Members of the Dakshina/Daniel Phoenix Singh Dance Company. (Stephen Baranovics)

Poetry editors around the world would turn green with envy if they knew about the current multimedia performance by Dakshina/Daniel Phoenix Singh Dance Company. In an era that gives short shrift to such literary writing, “Mortal Tongues, Immortal Stories” is a moving showcase for some powerful verse. After leaving the theater, audience members may want to improve their acquaintance with the stanzas featured in the modern-dance and spoken-word production, which ponders the themes of love, loss, fear, passion and zest for life.

Performed Saturday as part of the Atlas Intersections Festival 2016 — another performance of the piece is scheduled for March 5 — “Mortal Tongues, Immortal Stories” was inspired by the anthology “Persistent Voices: Poetry by Writers Lost to AIDS.” The terrific poetry performers Chris August and Gowri Koneswaran bring out the verse’s emotion, humor and verve, sometimes standing onstage, sometimes seated off to the right. Configurations of light on the floor and backdrop, such as drifting black-and-white bubbles and glowing blocks of words, add visual texture. (Todd Mion designed the lighting; Adrian Galvin is the visual designer.)

The dance, which is more heartfelt than technically interesting, accompanies or bookends the poetry. Moving to an anthology score dominated by contemporary classical sounds, the dancers do a lot of theatrical walking or slow theatrical loping, elaborated with gentle turns and mildly expressive motifs (muted-pendulum arms, low cantilevered legs, intertwined bodies on the floor, hands pressed to a dancer’s own skin). A number of two-person sequences conjure tales of kindred souls finding, and sometimes losing, each other. One duet ends with one dancer walking backward while the other looks on helplessly. Another (performed by Daniel Phoenix Singh and Vincent Hodin) takes the form of a tango. (Singh is the show’s choreographer. The tango duet was choreographed with Hodin. A previous version of “Mortal Tongues, Immortal Stories” was performed in 2015.)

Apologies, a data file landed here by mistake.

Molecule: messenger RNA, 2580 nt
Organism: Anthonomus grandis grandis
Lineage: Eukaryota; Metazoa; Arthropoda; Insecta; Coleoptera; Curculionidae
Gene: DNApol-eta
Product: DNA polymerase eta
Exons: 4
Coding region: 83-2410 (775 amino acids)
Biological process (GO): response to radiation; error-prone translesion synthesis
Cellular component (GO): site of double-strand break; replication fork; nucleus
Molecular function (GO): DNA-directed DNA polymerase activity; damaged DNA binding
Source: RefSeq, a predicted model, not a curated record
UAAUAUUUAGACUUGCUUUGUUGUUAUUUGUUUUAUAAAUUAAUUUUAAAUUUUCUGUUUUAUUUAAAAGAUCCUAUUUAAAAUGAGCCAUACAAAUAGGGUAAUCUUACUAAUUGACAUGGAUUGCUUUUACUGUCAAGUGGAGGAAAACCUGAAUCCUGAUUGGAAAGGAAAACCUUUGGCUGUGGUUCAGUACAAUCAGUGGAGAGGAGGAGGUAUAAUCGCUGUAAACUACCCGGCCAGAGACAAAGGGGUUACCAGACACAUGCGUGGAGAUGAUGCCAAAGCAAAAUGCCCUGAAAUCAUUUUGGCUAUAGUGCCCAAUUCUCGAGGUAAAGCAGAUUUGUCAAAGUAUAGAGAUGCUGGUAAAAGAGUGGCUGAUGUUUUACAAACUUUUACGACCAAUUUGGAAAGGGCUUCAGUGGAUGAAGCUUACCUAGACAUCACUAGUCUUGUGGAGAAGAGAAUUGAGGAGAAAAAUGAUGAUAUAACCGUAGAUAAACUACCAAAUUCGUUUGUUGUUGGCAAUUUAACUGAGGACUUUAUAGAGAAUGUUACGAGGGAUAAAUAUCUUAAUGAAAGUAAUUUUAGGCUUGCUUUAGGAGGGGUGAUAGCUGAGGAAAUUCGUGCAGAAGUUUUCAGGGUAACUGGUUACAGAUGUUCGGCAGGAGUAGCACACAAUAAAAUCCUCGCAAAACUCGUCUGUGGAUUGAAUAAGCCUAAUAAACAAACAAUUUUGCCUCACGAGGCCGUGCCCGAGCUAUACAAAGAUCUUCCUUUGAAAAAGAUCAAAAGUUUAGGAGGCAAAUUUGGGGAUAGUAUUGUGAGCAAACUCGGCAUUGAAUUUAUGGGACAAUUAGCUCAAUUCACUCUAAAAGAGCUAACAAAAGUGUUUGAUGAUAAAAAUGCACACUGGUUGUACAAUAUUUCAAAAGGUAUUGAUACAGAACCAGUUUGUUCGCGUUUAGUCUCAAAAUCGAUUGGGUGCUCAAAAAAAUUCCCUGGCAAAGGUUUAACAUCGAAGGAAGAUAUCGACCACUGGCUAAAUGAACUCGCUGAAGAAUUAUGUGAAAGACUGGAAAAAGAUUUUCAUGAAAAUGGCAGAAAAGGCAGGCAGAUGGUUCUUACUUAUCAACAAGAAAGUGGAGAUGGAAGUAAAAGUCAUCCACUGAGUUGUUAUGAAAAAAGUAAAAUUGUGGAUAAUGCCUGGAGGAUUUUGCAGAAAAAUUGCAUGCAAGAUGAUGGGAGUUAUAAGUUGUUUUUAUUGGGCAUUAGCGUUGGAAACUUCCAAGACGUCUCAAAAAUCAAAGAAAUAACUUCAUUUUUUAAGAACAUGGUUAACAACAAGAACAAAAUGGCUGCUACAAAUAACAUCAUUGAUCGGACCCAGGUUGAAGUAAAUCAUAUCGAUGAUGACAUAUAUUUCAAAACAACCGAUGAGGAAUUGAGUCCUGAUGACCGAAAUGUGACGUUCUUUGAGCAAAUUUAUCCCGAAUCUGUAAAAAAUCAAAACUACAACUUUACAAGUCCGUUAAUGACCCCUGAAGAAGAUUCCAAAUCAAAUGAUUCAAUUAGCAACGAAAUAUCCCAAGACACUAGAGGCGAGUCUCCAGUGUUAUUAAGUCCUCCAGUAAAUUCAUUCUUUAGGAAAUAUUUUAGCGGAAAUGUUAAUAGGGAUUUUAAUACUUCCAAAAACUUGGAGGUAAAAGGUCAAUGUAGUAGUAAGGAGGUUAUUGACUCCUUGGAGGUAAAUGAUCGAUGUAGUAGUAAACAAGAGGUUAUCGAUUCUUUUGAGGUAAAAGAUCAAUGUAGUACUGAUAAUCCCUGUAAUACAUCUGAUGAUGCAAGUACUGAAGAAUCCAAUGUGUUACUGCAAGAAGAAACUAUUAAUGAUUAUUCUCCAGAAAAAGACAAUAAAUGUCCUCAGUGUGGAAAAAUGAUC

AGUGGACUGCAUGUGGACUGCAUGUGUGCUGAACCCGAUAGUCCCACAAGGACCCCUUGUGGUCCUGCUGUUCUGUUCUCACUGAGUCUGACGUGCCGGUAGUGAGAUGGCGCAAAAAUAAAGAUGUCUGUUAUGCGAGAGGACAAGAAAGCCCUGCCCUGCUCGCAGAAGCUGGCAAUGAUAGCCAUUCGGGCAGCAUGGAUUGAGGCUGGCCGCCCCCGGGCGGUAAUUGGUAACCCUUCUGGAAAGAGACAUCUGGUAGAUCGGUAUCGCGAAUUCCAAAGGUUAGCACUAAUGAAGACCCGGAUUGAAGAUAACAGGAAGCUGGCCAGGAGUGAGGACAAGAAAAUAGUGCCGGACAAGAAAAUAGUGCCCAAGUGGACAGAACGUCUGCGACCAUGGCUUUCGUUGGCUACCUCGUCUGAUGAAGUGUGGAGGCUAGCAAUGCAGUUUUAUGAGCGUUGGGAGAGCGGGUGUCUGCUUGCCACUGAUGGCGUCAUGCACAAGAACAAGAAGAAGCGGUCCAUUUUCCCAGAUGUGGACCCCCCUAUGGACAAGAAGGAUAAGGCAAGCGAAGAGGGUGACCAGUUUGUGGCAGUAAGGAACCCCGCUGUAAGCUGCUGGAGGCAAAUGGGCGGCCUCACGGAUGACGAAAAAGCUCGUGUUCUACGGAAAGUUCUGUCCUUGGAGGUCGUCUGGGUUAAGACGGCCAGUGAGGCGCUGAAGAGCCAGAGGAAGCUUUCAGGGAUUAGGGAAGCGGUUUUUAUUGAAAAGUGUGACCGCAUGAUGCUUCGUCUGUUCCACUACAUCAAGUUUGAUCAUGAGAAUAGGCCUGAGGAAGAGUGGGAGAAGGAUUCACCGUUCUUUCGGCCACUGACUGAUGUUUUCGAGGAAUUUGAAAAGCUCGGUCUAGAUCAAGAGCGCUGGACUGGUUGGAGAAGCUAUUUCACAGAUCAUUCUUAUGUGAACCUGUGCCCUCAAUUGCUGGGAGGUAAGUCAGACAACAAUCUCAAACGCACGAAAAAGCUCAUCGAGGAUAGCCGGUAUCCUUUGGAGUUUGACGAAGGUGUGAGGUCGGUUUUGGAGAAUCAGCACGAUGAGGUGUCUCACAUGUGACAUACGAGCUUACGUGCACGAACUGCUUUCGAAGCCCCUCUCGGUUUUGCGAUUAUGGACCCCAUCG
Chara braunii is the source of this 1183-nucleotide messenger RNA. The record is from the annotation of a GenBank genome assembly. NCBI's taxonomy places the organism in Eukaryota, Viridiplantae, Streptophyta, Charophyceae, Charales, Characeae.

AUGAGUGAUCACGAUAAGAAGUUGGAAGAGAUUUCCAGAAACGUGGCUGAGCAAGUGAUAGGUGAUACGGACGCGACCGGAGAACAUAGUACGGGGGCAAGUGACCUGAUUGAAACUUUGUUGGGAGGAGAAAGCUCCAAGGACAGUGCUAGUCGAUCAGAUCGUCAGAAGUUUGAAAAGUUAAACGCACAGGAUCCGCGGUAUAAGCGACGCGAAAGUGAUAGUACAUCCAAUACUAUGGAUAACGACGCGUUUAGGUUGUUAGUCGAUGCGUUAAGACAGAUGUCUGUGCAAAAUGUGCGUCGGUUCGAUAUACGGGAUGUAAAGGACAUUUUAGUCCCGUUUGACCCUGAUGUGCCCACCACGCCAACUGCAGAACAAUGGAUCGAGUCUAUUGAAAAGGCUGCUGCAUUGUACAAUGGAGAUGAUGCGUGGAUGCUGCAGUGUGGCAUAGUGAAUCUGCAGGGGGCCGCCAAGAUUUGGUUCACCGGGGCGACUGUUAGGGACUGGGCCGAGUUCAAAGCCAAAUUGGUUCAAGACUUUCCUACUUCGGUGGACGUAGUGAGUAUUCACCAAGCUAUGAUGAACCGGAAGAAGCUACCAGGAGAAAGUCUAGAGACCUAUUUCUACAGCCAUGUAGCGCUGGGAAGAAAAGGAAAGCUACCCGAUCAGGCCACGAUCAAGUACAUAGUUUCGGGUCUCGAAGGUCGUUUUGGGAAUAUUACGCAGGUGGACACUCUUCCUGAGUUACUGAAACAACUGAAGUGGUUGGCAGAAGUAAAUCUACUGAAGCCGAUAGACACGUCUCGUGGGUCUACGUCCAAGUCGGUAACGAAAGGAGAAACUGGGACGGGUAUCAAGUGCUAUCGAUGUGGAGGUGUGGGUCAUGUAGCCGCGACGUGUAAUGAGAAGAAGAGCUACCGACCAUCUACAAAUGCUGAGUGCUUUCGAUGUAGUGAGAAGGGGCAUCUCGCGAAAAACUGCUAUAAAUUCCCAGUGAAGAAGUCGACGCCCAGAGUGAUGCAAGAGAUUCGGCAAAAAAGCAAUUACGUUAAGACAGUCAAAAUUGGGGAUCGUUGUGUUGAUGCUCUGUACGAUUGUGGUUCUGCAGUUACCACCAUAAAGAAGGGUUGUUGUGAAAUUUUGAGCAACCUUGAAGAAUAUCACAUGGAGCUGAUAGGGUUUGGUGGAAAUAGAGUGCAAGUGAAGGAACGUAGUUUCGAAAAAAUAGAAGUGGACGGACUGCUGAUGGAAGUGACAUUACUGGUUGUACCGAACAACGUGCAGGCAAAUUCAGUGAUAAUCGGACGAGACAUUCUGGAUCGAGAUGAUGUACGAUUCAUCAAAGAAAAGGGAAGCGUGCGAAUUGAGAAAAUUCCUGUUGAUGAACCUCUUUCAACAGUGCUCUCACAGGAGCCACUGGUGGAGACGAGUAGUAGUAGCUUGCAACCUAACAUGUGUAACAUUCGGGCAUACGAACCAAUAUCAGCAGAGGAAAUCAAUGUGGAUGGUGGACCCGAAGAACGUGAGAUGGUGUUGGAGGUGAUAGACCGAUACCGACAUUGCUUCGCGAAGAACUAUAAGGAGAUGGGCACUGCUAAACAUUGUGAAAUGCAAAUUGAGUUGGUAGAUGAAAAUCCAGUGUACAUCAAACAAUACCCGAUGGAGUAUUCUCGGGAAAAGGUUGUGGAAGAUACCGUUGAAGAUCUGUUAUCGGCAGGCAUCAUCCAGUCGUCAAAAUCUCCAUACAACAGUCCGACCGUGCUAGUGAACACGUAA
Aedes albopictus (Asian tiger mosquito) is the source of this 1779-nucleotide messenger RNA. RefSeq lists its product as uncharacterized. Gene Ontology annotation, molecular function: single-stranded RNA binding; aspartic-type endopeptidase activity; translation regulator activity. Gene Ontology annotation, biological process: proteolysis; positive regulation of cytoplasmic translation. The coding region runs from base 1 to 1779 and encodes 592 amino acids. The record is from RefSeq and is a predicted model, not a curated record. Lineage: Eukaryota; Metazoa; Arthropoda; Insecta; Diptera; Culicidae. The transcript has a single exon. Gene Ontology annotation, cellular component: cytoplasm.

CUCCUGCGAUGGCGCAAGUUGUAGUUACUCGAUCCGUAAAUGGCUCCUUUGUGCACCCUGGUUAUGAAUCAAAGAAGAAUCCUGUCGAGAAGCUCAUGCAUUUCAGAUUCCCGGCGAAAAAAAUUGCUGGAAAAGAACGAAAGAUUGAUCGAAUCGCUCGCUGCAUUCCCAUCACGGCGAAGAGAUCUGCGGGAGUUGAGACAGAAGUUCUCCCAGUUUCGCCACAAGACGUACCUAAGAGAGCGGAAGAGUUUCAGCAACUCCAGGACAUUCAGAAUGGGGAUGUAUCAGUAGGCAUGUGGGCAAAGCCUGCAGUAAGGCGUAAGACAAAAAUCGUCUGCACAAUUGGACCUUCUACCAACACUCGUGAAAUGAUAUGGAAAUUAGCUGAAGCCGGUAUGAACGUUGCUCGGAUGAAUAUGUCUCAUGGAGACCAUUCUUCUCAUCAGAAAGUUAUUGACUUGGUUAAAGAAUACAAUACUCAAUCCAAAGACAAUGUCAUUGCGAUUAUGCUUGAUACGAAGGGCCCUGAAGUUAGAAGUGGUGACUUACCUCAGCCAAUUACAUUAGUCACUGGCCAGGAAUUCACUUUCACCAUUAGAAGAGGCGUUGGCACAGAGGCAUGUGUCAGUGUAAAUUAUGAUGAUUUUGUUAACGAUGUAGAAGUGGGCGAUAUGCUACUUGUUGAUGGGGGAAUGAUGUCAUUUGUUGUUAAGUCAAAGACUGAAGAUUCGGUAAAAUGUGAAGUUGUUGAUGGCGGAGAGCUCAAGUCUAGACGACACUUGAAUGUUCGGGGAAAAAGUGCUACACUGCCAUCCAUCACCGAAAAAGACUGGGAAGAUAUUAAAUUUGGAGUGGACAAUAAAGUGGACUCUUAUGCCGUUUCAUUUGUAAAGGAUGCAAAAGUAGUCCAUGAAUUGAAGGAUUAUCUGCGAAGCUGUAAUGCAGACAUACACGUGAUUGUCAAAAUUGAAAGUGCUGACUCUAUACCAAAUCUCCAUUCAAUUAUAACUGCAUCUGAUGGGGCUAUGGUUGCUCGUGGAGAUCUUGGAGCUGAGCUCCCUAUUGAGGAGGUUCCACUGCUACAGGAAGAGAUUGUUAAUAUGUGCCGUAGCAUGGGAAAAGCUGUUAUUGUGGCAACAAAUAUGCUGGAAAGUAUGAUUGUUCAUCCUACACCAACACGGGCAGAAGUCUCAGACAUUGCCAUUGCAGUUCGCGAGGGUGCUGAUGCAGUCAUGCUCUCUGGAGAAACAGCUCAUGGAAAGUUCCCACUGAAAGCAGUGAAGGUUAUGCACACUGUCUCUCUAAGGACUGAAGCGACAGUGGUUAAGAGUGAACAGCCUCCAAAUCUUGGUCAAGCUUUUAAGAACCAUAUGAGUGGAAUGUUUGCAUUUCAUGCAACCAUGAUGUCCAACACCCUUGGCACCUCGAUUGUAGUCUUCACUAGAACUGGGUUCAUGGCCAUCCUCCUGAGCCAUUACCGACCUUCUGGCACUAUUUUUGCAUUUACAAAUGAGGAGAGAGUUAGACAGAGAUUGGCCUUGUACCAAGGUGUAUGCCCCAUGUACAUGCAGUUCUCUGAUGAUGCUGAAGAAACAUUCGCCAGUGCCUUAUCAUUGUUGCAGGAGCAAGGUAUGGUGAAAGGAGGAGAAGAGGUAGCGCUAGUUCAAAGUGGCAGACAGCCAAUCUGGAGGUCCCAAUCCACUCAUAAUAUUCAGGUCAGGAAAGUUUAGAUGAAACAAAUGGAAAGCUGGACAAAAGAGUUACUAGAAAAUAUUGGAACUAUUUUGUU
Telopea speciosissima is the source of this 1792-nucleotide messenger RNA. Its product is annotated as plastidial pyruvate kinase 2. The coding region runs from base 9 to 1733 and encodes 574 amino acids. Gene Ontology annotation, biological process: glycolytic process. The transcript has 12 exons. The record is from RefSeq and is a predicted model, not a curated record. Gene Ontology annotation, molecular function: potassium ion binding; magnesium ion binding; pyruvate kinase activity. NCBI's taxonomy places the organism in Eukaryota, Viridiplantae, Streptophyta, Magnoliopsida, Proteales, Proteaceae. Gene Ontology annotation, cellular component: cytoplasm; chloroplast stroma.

Standout images include a strapping figure (Jamal Ari Black) in a purple ball gown — at one point the figure tosses red and white flowers on the ground — and a trio whose dancers frantically mime the motions of washing, dressing and assessing medical symptoms.

But it’s the poetry that lands with the greatest force. Karl Tierney’s punchy but incantatory “Gertrude Stein to Alice B. Toklas” summons a wistful memory of a car ride with a loved one. Tim Dlugos’s “Poem After Dinner” is both fervent and wry. (“I get so excited/I think I’ll read the Susan Sontag article/in ‘Partisan Review.’ ”) And Paul Monette’s “Here” is a heart-stopping evocation of a visit to a graveyard. ( “This is how burning feels . . . as if the skin were a paper lantern / full of trapped moths . . .”)

Enough with this reviewing thing. I’m off to the bookstore.

Mortal Tongues, Immortal Stories, about 75 minutes. Repeats Saturday at 1:30 pm at the Atlas Performing Arts Center, 1333 H St. NE. Tickets: $30. Visit atlasarts.org/intersections or call 202-399-7993.